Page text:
بررسی انگیزش بیشتر دانش آموز در زمینه مداخله تجزیه و تحلیل یادگیری در طول یک برنامه پل تابستان
|کد مقاله||سال انتشار||مقاله انگلیسی||ترجمه فارسی||تعداد کلمات|
|30134||2015||8 صفحه PDF||سفارش دهید||6560 کلمه|
Publisher : Elsevier - Science Direct (الزویر - ساینس دایرکت)
Journal : Computers in Human Behavior, Volume 47, June 2015, Pages 90–97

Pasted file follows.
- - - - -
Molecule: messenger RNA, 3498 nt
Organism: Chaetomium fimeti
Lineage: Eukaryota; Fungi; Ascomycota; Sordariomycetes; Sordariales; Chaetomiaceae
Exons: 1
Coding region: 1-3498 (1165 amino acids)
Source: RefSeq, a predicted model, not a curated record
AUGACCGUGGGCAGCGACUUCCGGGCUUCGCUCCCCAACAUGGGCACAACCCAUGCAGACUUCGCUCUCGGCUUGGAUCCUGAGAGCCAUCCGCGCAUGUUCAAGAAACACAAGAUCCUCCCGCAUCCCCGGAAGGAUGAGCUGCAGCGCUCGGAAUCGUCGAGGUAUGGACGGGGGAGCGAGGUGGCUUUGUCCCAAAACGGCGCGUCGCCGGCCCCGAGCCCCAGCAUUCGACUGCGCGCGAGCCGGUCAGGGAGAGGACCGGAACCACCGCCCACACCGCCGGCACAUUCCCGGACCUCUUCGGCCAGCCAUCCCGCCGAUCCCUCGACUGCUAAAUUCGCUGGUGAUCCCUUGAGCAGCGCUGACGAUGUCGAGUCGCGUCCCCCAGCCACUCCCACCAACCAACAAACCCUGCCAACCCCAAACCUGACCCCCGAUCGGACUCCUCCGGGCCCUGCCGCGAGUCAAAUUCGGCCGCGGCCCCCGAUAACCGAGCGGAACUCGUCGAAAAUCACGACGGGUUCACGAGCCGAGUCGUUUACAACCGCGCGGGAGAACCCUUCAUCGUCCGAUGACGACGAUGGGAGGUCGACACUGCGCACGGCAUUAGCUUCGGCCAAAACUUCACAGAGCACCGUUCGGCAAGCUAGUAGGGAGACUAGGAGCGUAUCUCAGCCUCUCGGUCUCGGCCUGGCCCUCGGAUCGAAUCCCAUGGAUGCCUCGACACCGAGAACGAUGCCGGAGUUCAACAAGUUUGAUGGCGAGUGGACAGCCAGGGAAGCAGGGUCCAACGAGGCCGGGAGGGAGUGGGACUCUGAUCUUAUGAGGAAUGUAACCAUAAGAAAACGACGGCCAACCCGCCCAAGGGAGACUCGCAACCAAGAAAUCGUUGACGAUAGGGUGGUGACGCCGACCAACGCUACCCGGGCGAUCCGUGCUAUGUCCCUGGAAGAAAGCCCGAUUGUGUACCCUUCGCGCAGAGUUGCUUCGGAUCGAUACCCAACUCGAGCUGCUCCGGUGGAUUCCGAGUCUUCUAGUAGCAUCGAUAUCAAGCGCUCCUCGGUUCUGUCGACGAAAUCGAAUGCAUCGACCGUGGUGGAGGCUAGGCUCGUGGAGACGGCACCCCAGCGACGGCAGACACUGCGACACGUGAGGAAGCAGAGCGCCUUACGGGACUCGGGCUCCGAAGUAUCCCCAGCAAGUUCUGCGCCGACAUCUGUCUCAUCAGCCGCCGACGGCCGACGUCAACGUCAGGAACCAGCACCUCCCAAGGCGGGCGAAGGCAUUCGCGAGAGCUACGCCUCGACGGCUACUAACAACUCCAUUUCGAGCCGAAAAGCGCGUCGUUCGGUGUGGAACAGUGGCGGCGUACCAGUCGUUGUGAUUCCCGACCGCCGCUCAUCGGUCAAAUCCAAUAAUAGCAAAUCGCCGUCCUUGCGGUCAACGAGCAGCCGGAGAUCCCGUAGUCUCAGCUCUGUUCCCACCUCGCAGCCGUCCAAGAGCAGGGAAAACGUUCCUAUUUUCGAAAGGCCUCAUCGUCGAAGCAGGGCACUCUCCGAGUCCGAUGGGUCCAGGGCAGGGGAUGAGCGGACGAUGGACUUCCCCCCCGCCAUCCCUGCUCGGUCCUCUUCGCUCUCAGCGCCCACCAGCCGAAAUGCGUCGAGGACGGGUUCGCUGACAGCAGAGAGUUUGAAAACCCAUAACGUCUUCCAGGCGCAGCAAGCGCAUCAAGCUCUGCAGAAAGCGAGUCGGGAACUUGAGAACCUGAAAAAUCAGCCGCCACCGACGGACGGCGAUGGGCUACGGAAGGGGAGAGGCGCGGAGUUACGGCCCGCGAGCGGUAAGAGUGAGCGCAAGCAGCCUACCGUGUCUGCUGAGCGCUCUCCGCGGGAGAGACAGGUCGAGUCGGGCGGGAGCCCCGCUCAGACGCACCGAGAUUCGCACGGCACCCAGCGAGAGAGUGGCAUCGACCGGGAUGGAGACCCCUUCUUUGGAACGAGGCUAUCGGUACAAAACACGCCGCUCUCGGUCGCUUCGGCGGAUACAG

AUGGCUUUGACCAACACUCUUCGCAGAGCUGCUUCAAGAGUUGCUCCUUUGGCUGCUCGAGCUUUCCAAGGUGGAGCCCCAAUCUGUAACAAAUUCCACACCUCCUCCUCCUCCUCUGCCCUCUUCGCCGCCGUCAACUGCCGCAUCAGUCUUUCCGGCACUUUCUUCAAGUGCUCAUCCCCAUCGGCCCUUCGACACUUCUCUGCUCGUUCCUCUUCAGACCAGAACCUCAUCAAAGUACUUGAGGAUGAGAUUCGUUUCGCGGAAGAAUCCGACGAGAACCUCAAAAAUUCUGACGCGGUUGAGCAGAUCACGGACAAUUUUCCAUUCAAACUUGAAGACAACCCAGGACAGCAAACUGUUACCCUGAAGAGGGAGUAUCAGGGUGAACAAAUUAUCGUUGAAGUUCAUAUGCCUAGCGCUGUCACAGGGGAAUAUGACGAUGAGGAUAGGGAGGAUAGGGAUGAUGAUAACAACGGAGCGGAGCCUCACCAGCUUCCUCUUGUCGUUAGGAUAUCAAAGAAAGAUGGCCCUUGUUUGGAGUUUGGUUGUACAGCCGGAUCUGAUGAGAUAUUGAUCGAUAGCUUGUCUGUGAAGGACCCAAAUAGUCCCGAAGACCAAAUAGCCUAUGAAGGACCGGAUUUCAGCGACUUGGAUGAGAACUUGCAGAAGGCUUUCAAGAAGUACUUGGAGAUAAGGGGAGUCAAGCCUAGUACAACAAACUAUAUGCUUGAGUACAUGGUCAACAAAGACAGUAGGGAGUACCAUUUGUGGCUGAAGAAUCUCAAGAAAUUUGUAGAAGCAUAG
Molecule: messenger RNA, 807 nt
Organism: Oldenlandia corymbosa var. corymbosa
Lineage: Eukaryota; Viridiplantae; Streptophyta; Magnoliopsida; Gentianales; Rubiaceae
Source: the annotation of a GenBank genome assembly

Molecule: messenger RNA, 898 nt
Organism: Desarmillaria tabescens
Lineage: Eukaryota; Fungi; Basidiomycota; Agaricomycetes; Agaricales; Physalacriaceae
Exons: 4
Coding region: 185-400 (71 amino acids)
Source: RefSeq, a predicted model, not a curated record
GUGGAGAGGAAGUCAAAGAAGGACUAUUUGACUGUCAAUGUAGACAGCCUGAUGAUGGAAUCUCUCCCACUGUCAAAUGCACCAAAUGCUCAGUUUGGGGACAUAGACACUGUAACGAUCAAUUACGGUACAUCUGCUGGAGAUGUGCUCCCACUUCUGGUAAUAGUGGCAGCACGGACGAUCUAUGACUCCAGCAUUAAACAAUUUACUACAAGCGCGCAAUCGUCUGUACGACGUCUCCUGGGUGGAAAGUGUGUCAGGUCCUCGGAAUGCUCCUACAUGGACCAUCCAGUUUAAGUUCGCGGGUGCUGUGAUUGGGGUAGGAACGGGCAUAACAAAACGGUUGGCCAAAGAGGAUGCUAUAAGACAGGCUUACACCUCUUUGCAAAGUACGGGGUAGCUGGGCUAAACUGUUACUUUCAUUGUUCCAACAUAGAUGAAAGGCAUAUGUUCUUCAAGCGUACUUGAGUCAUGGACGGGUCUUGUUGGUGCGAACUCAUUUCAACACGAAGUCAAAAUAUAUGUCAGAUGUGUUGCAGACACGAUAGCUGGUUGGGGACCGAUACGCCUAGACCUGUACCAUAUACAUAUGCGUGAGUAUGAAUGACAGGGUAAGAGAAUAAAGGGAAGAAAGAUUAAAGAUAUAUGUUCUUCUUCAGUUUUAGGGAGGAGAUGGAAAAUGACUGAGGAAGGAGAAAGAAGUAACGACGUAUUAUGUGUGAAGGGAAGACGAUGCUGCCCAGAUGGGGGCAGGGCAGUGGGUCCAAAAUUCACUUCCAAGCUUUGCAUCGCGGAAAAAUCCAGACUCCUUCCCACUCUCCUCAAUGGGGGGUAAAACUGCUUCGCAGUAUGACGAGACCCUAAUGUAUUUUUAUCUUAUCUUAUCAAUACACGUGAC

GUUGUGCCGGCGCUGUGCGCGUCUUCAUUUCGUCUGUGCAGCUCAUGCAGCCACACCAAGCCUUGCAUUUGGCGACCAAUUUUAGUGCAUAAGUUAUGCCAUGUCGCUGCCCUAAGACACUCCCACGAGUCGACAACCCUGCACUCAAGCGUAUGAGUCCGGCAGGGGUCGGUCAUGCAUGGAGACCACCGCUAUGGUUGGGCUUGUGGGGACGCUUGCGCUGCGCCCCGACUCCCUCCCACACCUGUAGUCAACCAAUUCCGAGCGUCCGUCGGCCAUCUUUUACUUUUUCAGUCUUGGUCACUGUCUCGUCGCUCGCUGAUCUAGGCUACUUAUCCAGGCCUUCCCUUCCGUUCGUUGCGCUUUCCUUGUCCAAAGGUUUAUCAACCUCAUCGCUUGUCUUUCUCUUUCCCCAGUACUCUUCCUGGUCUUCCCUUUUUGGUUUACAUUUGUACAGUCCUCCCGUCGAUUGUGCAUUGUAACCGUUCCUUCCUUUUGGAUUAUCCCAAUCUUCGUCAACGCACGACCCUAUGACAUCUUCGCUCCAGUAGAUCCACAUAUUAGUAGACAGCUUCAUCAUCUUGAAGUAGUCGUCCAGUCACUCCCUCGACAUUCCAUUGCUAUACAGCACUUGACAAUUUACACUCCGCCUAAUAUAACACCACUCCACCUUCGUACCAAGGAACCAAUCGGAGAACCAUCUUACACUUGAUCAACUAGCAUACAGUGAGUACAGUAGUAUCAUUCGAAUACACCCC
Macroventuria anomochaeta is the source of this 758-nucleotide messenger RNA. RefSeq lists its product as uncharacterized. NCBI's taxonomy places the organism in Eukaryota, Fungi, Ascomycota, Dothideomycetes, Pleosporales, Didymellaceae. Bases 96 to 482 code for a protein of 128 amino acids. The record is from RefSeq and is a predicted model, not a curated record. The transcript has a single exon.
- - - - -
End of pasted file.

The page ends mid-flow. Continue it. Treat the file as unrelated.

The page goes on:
Summer bridge programs are designed to improve retention and academic success among at-risk populations in postsecondary education by focusing on successful skills, behaviors, and high impact practices that promote academic performance. Recent research on these programs has focused primarily on how students’ incoming demographics and prior academic performance predict academic performance at the university level. This study investigated changes in students’ academic motivation orientations over the course of one bridge program, and how a learning analytics-based intervention was employed by academic advisors to inform their face-to-face meetings with students. The results of our study show that students’ mastery orientation decreased over the course of the bridge program, and indicate that students’ exposure to displays of their academic performance negatively predicts this change. The findings suggest that student perceptions of their goals and formative performance need to be carefully considered in the design of learning analytics interventions since the resulting tools can affect students’ interpretations of their own data as well as their subsequent academic success.